At the same time, Kuang uses this story to address the very nature of the academy, without resorting either to the secretive cultishness of The Secret History or the (in my opinion) mean-spirited satire of Lucky Jim. Rather, the pages of Babel are filled with the characters immediately recognizable to anyone who has spent time in college. Lovell’s stern and reclusive scholar who wants to be engaged with the grand affairs of the day is one archetype, but so too is the female scholar who has to work twice as hard to receive the same recognition and junior researchers who sympathize with radical social movements but also have to keep their heads down to receive promotion. I laughed aloud at a scene where the energetic senior professor who puts on a show in lectures and arranges the security measures at the tower that can kill or maim expresses his outrage that they can no longer reveal exam results with a ritual where students attempt to enter the tower: those who fail trigger the tower defenses. This sort of erudite bonhomie in class juxtaposed with a cruelty around exams and “qualifications” is altogether too common. Thus, with Babel, Kuang offers an incisive portrait of an institution that claims to be a progressive meritocracy while perpetuating a structure that is fundamentally conservative.

Then an interlude chapter told from Letty’s point of view opens with this sentence:

Letitia Price was not a wicked person.

The chapter goes on to dissect all of the problems with white feminism in just a few pages.

Put simply, Babel is a triumph, blending a clever magic system with a specific time and place, and themes that allow Kuang to speak to the present moment.

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This is the first of several posts on that I read in late 2022 when I became chaotically busy (I finished Babel in October). I read a bunch of good books in the intervening period, so my goal over the next few weeks is to get caught up.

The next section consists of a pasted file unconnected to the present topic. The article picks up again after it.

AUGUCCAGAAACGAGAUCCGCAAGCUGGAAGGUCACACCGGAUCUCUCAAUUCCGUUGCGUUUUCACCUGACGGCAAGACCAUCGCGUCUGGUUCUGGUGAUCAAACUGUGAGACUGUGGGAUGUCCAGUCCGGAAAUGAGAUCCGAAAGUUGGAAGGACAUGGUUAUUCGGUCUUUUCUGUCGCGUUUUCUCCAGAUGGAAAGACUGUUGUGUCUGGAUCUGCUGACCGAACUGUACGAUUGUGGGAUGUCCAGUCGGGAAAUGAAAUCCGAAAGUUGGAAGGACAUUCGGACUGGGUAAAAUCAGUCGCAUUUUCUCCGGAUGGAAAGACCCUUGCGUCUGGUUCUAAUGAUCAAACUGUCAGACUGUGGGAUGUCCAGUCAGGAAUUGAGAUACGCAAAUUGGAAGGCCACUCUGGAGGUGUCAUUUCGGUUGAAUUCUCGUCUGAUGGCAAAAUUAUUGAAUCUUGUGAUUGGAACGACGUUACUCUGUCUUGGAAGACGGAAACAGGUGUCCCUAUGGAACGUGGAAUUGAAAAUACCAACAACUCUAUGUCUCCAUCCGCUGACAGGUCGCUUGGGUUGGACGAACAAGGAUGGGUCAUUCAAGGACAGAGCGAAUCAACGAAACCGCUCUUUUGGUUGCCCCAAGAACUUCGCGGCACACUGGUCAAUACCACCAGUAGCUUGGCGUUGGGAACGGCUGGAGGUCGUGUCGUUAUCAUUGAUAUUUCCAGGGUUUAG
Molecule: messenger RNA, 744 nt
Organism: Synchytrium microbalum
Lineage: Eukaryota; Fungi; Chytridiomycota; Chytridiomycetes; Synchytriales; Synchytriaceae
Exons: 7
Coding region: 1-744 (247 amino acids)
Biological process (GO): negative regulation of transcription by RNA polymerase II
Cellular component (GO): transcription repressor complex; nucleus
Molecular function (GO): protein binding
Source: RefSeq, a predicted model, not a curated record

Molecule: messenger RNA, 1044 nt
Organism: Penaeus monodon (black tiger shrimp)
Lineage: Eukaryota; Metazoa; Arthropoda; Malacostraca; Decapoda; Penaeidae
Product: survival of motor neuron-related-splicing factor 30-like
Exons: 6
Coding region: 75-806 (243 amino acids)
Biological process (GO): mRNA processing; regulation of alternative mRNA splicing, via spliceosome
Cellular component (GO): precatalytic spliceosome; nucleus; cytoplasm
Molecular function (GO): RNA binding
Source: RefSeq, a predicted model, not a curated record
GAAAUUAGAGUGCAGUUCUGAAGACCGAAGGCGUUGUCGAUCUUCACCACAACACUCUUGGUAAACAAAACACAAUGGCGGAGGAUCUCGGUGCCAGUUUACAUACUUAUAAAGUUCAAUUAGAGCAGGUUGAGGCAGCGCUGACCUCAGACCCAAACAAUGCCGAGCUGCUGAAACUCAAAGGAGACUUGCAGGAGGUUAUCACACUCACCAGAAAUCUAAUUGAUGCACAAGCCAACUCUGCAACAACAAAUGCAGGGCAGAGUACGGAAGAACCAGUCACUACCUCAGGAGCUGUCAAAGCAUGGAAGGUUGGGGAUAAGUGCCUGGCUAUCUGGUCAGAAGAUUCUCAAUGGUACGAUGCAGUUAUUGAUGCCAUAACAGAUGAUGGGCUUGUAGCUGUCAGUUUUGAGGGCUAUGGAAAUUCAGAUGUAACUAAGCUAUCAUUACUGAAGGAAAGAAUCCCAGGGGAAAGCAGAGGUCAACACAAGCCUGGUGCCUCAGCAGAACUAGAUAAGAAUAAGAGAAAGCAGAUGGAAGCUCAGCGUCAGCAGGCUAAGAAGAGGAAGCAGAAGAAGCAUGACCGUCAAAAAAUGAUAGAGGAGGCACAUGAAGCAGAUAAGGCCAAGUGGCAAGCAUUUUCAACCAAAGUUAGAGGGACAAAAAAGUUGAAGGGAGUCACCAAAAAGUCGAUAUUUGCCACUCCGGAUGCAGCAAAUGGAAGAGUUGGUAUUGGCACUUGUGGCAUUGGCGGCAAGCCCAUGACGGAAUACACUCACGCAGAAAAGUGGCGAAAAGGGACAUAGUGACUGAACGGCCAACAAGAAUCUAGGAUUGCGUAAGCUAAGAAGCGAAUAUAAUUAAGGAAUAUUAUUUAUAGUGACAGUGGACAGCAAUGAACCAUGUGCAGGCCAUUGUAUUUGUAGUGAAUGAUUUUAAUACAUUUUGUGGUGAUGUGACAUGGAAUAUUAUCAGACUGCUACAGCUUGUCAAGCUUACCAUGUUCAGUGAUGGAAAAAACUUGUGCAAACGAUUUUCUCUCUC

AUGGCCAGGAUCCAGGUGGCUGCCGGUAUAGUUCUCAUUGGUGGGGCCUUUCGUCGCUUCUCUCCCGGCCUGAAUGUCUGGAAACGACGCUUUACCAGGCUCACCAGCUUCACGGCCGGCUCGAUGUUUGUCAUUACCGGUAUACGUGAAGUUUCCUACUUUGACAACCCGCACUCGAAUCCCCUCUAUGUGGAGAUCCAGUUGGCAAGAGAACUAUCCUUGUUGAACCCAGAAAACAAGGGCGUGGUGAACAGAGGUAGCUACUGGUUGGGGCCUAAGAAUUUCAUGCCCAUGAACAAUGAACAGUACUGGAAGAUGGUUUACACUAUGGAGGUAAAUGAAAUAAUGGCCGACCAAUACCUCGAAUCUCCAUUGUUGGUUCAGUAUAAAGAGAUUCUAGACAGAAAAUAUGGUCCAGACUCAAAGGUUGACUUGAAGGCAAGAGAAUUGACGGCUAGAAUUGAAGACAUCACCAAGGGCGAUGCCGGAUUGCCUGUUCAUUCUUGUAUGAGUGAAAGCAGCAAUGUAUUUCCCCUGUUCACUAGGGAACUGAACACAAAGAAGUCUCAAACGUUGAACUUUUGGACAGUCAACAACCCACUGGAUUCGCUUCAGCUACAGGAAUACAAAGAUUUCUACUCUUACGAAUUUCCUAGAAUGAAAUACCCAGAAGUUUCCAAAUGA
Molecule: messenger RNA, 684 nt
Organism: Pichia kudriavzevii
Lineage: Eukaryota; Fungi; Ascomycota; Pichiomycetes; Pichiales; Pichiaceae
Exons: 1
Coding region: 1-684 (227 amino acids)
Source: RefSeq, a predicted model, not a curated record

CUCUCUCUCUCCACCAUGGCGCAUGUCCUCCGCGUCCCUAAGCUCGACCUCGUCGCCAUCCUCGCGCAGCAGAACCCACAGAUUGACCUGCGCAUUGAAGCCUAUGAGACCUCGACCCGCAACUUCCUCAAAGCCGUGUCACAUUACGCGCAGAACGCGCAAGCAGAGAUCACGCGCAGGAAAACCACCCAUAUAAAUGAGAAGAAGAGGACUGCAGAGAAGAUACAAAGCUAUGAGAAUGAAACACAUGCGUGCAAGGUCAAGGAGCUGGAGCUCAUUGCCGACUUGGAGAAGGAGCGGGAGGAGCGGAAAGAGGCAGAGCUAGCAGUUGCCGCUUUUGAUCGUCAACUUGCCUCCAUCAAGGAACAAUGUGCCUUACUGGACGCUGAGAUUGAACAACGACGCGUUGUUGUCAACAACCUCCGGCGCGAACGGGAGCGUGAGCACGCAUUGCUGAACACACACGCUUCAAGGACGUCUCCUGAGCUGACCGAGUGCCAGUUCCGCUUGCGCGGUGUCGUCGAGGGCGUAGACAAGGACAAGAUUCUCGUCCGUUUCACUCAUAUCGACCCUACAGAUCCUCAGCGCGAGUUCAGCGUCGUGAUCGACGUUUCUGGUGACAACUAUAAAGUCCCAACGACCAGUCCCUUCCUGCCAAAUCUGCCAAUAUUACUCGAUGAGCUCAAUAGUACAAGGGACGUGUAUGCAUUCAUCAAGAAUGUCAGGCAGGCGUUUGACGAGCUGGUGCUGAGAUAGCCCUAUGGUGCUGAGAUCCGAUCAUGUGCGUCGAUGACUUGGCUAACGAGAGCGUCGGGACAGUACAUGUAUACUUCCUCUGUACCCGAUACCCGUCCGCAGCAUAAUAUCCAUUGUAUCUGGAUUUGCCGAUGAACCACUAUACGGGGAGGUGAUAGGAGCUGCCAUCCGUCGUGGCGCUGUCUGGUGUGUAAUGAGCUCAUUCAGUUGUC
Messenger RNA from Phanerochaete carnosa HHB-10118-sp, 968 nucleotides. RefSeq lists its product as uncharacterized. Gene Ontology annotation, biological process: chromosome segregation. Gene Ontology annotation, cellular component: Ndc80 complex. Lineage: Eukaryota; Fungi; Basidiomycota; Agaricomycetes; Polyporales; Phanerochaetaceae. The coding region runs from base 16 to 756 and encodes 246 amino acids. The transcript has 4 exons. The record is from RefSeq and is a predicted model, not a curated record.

My 2022 in Books

As part of a broader overhaul of my end of year series, I’m ditching my usual “lists of note” about books and shows and movies and everything else in favor of a single post with both my favorite books and the long list of everything I read (including both academic and non-academic reading lists).

I had planned to release this post on the final day of the year, but I have a good sense of how much I will read tomorrow and the post I had in mind for today is not yet ready.

I see a few trends from this list. My reading volume took only a small step back from 2021, despite the busyness of my year. I increased the amount of ancient history I read, and I generally kept my reading diet stable at thirty percent nonfiction, more than forty percent written by women (among other metrics that I track). As the list below indicates, I was particularly blown away by a lot of the general nonfiction I read below. However, as compared with the past few years, each of which included two or three of my all-time favorite books, almost all of my favorite fiction of this year were fantasy or science fiction. This reflects not only the type of books I had the capacity to engage with most of the year, but also the quality of recent speculative fiction, and I actively disliked the few literary novels I read that have been appearing on “best of 2022” lists.

What follows is three “best” lists for things I read this year: Ancient History, general nonfiction, and fiction of all sorts. Then comes a roughly-sorted list of the remaining nonfiction, followed by the remaining fiction, lightly sorted so that books by the same authors appear together. Links go to any book that I wrote about this year, though time constraints meant that I wrote about fewer books than usual this year.